“To love another person is to see the face of God.”― Victor Hugo
The question “What is love?” generates a host of issues: love is an abstract noun which means for some it is a word unattached to anything real or sensible, that is all; for others, it is a means by which our being – our self and its world – are irrevocably affected once we are ‘touched by love’; some have sought to analyze it, others have preferred to leave it in the realm of the ineffable.
Nemodat quod non habet or no one gives what he doesn’t have is true in the film Les Miserables. Our life can testify that a person who experiences love can possibly know how to offer love to his neighbor. Knowing love theoretically is not the same as experiencing love on the actual sense. The experience of the desperate ex-convict Jan Valgan with the bishop of Digne, M.Myriel is an encounter of the hated one and the loved one. Myriel treats Valjean with kindness, and Valjean repays the bishop by stealing his silverware. When the police arrest Valjean, Myriel covers for him, claiming that the silverware was a gift. The authorities release Valjean and Myriel makes him promise to become a “new man”.This particular scene in the beginning of the movie moved me and made me realize that we can touch other’s life if we set an example to them. The experience of love and mercy pierce the cold heart of the ex-convict making him a vow to change is life and to pay it forward to the others.Now the hated one Valjan experienced being loved by the kind bishop. Being a neighbor lies on the habit of making oneself available. Like on the story of the Good Samaritan for instance, which we can see on the bible (Lk. 10:30-37). The story relates a series of events: a chain of unsuccessful encounters and a successful encounter. And the story of the successful encounter turns into a command: “Go and do likewise.”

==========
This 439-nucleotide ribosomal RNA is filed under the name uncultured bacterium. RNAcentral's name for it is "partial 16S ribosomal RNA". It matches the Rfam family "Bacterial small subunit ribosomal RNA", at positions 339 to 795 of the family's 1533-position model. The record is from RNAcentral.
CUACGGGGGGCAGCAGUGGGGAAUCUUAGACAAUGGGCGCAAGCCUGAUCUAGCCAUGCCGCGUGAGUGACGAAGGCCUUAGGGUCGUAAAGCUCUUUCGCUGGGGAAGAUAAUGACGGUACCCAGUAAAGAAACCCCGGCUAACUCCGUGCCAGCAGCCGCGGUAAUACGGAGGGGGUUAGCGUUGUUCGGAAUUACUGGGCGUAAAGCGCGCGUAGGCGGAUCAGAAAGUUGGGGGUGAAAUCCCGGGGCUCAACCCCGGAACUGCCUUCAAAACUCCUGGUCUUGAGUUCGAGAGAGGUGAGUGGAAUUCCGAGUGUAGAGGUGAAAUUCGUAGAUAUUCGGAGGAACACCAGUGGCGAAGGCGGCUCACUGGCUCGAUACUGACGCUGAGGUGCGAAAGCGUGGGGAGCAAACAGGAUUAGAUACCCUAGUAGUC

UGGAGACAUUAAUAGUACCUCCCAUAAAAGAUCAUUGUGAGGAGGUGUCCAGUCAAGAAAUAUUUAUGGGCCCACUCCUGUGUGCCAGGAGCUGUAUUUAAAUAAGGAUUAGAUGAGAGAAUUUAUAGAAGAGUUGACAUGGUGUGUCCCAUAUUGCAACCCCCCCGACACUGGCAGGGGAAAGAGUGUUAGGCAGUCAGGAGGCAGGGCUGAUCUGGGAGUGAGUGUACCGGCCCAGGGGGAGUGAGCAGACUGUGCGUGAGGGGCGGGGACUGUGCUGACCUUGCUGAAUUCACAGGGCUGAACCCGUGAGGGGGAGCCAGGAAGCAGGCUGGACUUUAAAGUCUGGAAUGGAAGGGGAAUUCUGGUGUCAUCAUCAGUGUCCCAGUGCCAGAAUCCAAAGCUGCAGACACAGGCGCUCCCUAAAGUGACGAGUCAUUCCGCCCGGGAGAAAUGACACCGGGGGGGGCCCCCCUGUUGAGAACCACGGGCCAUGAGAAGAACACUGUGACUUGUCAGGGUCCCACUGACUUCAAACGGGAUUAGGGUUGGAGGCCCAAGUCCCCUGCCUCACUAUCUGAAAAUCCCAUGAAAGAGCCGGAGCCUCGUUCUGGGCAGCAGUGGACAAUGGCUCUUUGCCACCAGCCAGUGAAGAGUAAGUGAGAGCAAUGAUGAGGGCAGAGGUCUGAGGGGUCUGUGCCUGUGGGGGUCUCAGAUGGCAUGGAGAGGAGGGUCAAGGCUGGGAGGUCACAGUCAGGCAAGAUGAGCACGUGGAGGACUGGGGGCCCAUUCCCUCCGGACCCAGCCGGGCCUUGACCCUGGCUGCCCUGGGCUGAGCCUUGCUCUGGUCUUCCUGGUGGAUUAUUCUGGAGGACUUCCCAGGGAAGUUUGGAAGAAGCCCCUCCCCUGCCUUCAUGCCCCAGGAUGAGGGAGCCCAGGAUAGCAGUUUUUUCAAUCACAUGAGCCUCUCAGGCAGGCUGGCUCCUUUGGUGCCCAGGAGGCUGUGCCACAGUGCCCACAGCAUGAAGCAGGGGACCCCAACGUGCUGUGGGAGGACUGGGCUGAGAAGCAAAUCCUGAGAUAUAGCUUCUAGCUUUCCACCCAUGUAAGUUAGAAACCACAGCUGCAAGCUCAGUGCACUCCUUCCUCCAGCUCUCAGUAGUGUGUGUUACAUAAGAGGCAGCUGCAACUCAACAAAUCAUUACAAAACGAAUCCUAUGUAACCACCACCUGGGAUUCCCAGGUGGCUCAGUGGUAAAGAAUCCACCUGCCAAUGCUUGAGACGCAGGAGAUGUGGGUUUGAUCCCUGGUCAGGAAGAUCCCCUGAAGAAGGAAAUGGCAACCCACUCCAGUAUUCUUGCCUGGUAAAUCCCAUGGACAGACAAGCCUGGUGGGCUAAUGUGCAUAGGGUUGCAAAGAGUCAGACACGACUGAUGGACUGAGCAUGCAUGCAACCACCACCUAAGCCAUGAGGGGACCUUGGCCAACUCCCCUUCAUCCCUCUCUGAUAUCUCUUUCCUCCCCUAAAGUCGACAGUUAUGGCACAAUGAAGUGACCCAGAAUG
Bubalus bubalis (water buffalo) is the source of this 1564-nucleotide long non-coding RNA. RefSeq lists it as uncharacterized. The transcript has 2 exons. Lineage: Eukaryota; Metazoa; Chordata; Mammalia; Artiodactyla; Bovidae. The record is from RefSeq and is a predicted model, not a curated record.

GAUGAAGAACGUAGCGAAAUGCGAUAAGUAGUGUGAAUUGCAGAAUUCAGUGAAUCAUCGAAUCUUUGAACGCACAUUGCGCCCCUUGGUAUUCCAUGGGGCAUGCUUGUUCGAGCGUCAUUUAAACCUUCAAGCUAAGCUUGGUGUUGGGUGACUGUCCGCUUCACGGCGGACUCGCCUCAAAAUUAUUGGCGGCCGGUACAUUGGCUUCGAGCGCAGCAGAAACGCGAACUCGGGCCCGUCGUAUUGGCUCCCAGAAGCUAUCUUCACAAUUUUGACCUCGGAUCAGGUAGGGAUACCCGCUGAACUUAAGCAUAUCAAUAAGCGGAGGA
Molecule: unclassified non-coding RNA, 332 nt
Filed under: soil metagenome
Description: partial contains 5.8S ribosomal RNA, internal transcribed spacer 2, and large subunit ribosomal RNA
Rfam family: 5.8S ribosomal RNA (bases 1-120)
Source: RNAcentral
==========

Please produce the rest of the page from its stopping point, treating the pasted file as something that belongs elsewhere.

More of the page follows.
The Judeo-Christian tradition of loving God: “You shall love the Lord your God with all your heart, and with all your soul, and with all your might” (Deuteronomy 6:5) and loving “thy neighbor as thyself” (Leviticus 19:18) are the two major commandments of love towards God and our neighbor. When we love others, we experience a glimpse of heaven, thus seeing God to others. Love is not just a word, a noun which is highfalutin, but an event, an experience to embrace without discrimination. When we love, we see not the outward appearance, but the inward heart of the person who waits for our response of love. Like Valjan to his people, to Fantine, Cossette, and even Javert who is preoccupied of his social function as a police. We are sometimes preoccupied by our role in the society, hence, it may hinder us to experience the ‘encounter’, making ourselves unavailable to love others.
Going back to the question: What is love? For me, love is an encounter of God, an experience of heaven, to love is to see the face of God; removing barriers of judgment and discrimination;love is a reason which motivates us to go on and live. It is a possession that we must share with others so that it may continue its life. Indeed we need to love and beloved by others, so that we can have something to offer and take.
-Fiel Pareja, MPM